Look at the recent allegations of the murky money-trail from Malaysia as the source of funding for the movie, “The Wolf of Wall Street”; how much more deliciously ironic can it get, where a movie depicting blatant corruption is paid for by the very manner in which the moguls of Hollywood are allegedly attempting to make a point about?  What prompted the short-cutting which undermines the title of the work credited to the 35th President?  Is it merely the old adage that the “ends justify the means” — and that not writing a work but claiming its authorship is allowable because the greater good of fame and the road to the presidency will account for such deception?

It is, in the end, the title itself which makes for the irony; for, in a work which describes the integrity and character traits of the subjects within, it is precisely the lack of such which presumes a contradiction without.  And that is the connection with Federal employees and U.S. Postal workers of today — for the entities which employ them represent the “official” face of this country, and yet the way they treat Federal employees and U.S. Postal workers when Federal employees and U.S. Postal workers suffer from a medical condition, such that the medical condition prevents him or her from performing all of the essential elements of the Federal or Postal position, reflects upon a discernible and palpable profile in discouragement (the suffix is added to make the sentence grammatically correct, although poetic license has been taken in the caption of this blog with the title, “Profiles in Discourage” in order to remain consistent with its alter-ego of the work by JFK and Sorenson).

One could argue, of course, that because there is the statutory right of all Federal employees and U.S. Postal workers to file for Federal Disability Retirement benefits through the U.S. Office of Personnel Management, whether the Federal employee or U.S. Postal worker is under FERS, CSRS or CSRS Offset, therefore any maltreatment or mistreatment of a Federal or Postal worker based upon the medical condition becomes a moot issue.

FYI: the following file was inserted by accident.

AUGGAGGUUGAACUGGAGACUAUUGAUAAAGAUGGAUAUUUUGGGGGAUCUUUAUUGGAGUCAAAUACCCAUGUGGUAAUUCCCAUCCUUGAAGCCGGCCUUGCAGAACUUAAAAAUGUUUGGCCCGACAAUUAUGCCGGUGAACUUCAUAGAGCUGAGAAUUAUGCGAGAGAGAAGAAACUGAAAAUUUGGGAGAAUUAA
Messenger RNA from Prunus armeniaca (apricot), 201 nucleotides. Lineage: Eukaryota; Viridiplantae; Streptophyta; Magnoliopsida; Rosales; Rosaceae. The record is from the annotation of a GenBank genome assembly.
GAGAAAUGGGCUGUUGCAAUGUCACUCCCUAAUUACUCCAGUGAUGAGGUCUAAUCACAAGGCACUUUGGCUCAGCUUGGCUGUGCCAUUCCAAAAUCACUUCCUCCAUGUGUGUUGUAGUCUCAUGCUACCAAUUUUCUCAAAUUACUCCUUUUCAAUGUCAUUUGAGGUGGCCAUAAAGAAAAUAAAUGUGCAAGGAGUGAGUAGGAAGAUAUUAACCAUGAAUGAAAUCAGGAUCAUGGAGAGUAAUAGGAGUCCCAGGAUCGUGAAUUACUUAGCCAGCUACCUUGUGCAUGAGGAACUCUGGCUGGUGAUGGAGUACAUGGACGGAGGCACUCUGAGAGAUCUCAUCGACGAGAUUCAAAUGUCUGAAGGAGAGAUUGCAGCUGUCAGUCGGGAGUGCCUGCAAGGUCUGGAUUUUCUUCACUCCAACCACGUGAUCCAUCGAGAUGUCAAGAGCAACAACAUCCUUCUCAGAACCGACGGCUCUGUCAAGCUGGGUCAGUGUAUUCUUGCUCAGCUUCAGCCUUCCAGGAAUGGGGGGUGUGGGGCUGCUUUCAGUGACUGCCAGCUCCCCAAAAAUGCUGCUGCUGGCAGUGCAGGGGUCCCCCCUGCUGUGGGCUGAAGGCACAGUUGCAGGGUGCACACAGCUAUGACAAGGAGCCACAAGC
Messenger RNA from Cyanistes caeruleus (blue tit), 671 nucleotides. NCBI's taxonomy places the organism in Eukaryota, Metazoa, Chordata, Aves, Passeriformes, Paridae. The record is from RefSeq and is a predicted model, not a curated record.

But that is precisely the point — treatment of the Federal employee or U.S. Postal worker in the process of engaging the long and arduous bureaucratic process of filing an OPM Disability Retirement application, should reflect an integrity of cover-to-content.  For, in the end, it is not the cover, nor the first impression which matters, but like the historical characters which are insightfully described in the book itself, the title should always match its claimed authorship.  But, then, of course, we would be left without the delicious irony of man’s daily folly.

Sincerely,

Robert R. McGill, Esquire

 

Federal Disability Retirement: Life’s Repertoire

It is one thing to have a stock of memorized pieces or performances from which one can reach back and employ, like an inventory of dusty artifacts which can be brought out for display upon request; quite another, however, to reveal it, dust off the residue, begin to showcase it, then be interrupted and, without missing a beat, to ad lib above and beyond the prepared piece.  The tape recorder (does anyone even remember what that contraption is or was, in this digital age?), the CD, the digital device; once set, it can only be altered by enforced remixing.

The human being, however, can adapt and respond according to the vicissitudes of changing and demanding circumstances.  The best jazz musicians are the ones who can go with the flow, and change from the vast spectrum of rising keys and notes in the flash of a feeling; as the blare of the trumpet, the sax or the flugelhorn rhythmically calls upon the beat of the drummer.  It is, in the end, the repertoire which we carry, from which we can wander; without the inventory left in reserve, we would have nothing to start with.  In life, we rely upon that repertoire to carry us forward each day.